Some Southern Africa Birds

Southern Africa: South Africa, Botswana, Zimbabwe, Zambia

The opportunity to visit southern Africa was very exciting. Anticipation and planning were the order of the day. I was to be with a Smithsonian Journeys group for most of the time but I thought a day or two of birding prior to the trip would be in order. Through a web site called BirdingPal I found a wonderful South African birder named Andy Featherstone. He met me about an hour after the plane landed (almost 16 hours after take-off and overnight) and we went right out to a great reserve called Marievale Bird Sanctuary which part of the Blesbokspruit Wetland (a RAMSAR site), more than 16,000 acres and full of wildlife. It was a treat. This blog page will show some of South Africa’s wetland birds and the next blog will also feature birds. The remaining pages (whenever they get done) will be mostly mammals from the trip.

The Hadada Ibis has a heavy decurved bill like all ibis’. It is a widespread and quite common bird of parks, savannas, hotel grounds, and wet fields. It is loud and raucous and often calls in unison with others. The name “hadada” comes from the sound the bird makes. They are a common feature of the morning and evening sky as they depart and return to roosting areas. In many places they can serve as an alarm clock as they call loudly just after sunrise.

 The bird below is familiar to many of you as a coot.The two little round pea-like knobs on the head are red; hence this is the Red-knobbed Coot. This is a common bird of wetlands that have reeds or cat-tails around the edge. Coot are not too closely related to ducks and geese but are related to gallinules, moorhens, crakes, and rails. In the United States many of our coot winter in southern Florida and are a common feature of the Everglades and almost every golf course pond as well.

In the center of the image below is a Hottentot Teal; head turned to the rear and bill tucked into the feathers of the back. This is an exquisite little duck and one that a visitor looks forward to seeing. Though this teal belongs to a very common Genus (Anas) it only has one similar-looking relative, the African duck called Red-billed Teal. His Genus-mates include mallards, American Black Duck, Green-winged Teal, Pintail, and American Wigeon.

 It seems that cormorants are everywhere and that the taxonomy is a muddle. This small thin cormorant is the Reed Cormorant and is found in fresh water in most every reed-lined pond and wetland. Like all cormorants it swims and dives and eats things caught in (under) the water. Also like many cormorants it develops a set of plumes, on the head, during breeding season not unlike the Double-crested Cormorant here in the USA.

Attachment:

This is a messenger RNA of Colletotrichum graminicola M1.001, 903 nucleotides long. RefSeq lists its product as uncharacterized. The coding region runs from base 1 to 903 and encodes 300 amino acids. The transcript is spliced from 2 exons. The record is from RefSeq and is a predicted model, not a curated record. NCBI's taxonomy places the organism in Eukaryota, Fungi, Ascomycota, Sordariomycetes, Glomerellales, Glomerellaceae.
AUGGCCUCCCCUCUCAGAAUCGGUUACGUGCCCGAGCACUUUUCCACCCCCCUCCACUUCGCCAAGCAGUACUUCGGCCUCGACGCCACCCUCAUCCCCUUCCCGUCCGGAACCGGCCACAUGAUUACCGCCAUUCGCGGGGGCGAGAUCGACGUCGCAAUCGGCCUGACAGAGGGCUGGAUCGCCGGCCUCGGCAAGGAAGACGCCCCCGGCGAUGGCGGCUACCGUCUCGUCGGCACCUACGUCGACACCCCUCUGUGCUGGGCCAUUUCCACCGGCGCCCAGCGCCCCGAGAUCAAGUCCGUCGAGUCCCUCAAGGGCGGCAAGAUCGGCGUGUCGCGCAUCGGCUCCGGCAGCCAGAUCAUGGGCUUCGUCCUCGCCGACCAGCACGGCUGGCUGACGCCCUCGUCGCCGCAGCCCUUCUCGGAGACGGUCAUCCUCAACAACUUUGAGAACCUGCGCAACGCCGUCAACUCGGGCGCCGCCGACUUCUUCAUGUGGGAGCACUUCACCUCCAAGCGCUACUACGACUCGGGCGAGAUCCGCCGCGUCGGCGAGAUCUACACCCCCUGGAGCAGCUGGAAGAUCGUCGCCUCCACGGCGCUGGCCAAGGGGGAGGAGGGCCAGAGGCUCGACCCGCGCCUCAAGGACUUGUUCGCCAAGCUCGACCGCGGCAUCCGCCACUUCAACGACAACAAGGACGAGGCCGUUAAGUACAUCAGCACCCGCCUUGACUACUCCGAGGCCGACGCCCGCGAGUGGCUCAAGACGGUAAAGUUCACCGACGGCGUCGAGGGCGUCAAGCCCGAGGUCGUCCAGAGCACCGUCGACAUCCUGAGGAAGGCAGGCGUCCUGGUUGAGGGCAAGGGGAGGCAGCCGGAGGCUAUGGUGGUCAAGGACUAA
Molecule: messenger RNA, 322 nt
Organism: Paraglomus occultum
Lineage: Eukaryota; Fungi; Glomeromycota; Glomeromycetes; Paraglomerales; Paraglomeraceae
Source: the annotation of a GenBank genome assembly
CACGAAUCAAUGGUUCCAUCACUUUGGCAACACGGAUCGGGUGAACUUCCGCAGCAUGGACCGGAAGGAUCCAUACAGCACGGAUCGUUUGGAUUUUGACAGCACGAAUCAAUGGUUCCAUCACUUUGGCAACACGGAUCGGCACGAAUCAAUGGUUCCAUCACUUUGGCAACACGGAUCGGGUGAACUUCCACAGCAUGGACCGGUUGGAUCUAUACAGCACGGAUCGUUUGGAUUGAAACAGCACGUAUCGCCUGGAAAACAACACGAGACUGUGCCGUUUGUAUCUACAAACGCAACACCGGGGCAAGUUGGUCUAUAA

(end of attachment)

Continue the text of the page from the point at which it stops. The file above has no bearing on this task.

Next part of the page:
Another wetland representative is shown below; this is a small grebe called Dabchick or Little Grebe. It is a dynamic diver and bright little creature. Like all grebes it has a chicken-like bill and toes with webbing – that is separate webbing for each toe, not a webbed foot. The legs attach to the body in the very tea making them rather clumsy on land. Grebes are a separate lineage from ducks and geese and are found on all the continents except Antarctica.
Heron and egrets belong to the same group; generally white birds are called egrets and those that are colored or patterned are called herons. Here are four heron/egret types. The bird immediately below is very white when in flight but a hazy brown when standing around. It is a Squacco Heron and is about the size of a Green Heron, smaller than a Cattle Egret.

 The Intermediate Egret (sometimes called the Yellow-billed Egret) is in between the Cattle Egret and the Great (White) Egret in size.  It rarely has plumes and is built quite solidly making it have a different jizz (from general shape and impression) from the other egrets which are a bit more elegant looking.

During the last Ice Age our Great Blue Heron and the Grey Heron of Europe and Africa were separated for thousands and thousands of years by a great ice sheet. The two groups went on with life and when the ice melted away (often said to have retreated though it never moved backwards) the two populations were different enough to be seen as separate species. The Grey Heron is often found as a solitary statue poised in shallow water waiting for a frog or fish to swim within reach.
 The Green-backed Heron is the same as our Green Heron. It has been “lumped” and “split”as a species several times. Like the Gray and Great Blue Heron the Green and Green-backed were separate populations for a long time due to the most recent Ice Age. Species is a rather subjective category and speciation is a relentlessly continual process; hence we have no idea how close or how distant many related species are from each other. Be what it may, this cute little heron is rather common and widespread on a planetary basis.
Africa is rich in storks. The Marabou is not attractive and is a scavenger often found around lion kills or abattoirs. However the Woolly-necked, Black, White, Yellow-billed, Abdim’s and the spectacular Saddle-billed Stork are really very attractive in addition to being large and easy to see. The stork pictured below is the Open-billed Stork which probes in muddy areas looking for snails. The bill is just right for breaking, but not crushing, the snail shells. Once the shell is fractured the Open-billed Stork can get at the animal inside. 

Much of southern Africa is drained by either the Orange River, the Zambezi River or the (dead-ended) Okavango River. I was along the Zambezi most of the time and Nile Crocodiles were regular companions; along with the wetland birds and tons and tons of Hippopotami.

Though the next blog will likely be on more birds of the region please stay tuned (and follow along) for blogs on the mammals and adventures we found in southern Africa.

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